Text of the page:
Most law firms have a limited number of options to improve their profitability. They can ask their lawyers to work harder —which in many firms is a function of having the work to do, as well as a culture that inspires and rewards hard work.

Another alternative is to cut costs but, for most law offices to truly make a dent in profitability problems, the level of frugality required will affect lawyer work styles in an unacceptable manner. That leaves the options of increasing rates or increasing leverage. Law firms quickly observe that these two options provide the greatest opportunities for profitability improvement. But, most often, making significant changes in pricing and leverage requires a major up-grade to the firm’s practice.

Accordingly, a common law firm strategy is to attempt to move the firm’s practice “upstream.” Simply stated, this means improving the mix of disciplines and areas in which the firm practices to provide more sophisticated work which generates higher fees. At the same time, more sophisticated practices typically permit greater leverage.

Implementing upstream migration strategy, however, can be difficult and somewhat risky. It requires that the firm accurately assess which of its practices are suitable upstream migration targets. The firm must also objectively determine its own capability to perform those practices at an appropriately competitive level. Unfortunately, to perform this analysis well, a law firm must have an incredibly acute understanding of the marketplace for the services it would like to provide and the ability to make honest judgments about itself.

Downstream flow

It is difficult to argue against the concept of a law firm seeking to upgrade its practice. Firms naturally become stagnant in their mix of practice areas and the level of the work they do. Legal work constantly flows down a value curve in which it is considered less sophisticated by the lawyers doing the work and is less valued by the clients benefiting from the lawyers services. The obvious examples of this are commodity work, such as insurance defense or loan documentation, where both clients and law firms recognize that value is created through the routinization of the process and the volume of the workload. But all legal work is subject to this process, no matter where it is on the demand curve.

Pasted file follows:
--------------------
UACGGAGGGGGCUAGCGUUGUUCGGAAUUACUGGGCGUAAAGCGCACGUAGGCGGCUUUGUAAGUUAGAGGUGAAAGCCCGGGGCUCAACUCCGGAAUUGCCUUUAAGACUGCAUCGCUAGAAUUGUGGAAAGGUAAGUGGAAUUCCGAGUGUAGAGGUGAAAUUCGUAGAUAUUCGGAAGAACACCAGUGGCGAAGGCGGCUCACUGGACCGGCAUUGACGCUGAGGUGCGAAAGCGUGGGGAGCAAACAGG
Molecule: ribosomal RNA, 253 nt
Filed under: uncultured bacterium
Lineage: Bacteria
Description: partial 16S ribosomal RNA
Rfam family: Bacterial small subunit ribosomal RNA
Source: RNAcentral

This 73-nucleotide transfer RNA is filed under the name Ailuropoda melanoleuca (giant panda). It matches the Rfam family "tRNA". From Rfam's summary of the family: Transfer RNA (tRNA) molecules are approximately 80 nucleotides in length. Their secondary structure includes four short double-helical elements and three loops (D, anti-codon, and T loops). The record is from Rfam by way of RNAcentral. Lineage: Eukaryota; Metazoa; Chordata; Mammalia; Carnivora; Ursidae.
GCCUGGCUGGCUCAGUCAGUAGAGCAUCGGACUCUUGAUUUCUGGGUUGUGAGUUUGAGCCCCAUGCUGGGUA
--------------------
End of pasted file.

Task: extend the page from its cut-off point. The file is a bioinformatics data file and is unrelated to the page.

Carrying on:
For example, only a couple of years ago, private equity deals were among the most valued aspects of any law firm’s corporate practice. The deals were complex and chaotic and premium legal fees were routinely paid as “deal dust” in large transactions. But as hedge funds grew, and both the hiring of in-house lawyers and fee sensitivity increased, often clients’ views of the lawyers involved began to shift from being “valued members” of the deal team to “a necessary evil.” At the same time, for the lawyers, the adrenalin surge of working all night to meet a closing deadline transitioned to the routine and mundane work of meeting unnecessarily tight and arbitrary timetables. From the clients’ perspective, after watching a magician perform the same act several times, the audience begins to understand how the trick is done and a lot of the magic goes away. From the perspective of the lawyers, having performed the trick dozens of times it starts to get boring even if the audience is wildly appreciative.

Identifying upstream practices

By definition, upstream represents practices that are superior to a firm’s current practice mix. Downstream represents those that are inferior. Of course, where a firm is poised on the stream is a function of the law firm’s practice in relation to the possible practice alternatives. For example, product liability defense is decidedly upstream to firms doing consumer insurance defense but downstream for firms with sophisticated patent infringement cases.

If identifying upstream practices were as simple as comparing hourly billing rates, the strategic targeting of desirable practices could be accomplished with mathematical precision. However, practices also have strategic value to a law firm beyond the maximum generation of revenue. Certain practices speak to the institutional foundation of a law firm, either because of client relationships or the generation of significant amounts of other work. For instance, in the case of a corporate transactional firm, listed company governance work may have become commoditized but being the general counsel of a public corporation is a defining feature of the firm and creates work for all of the firms’ practices. For intellectual property practices, patent prosecution may have become highly commoditized but provide access to eventual patent litigation and licensing work.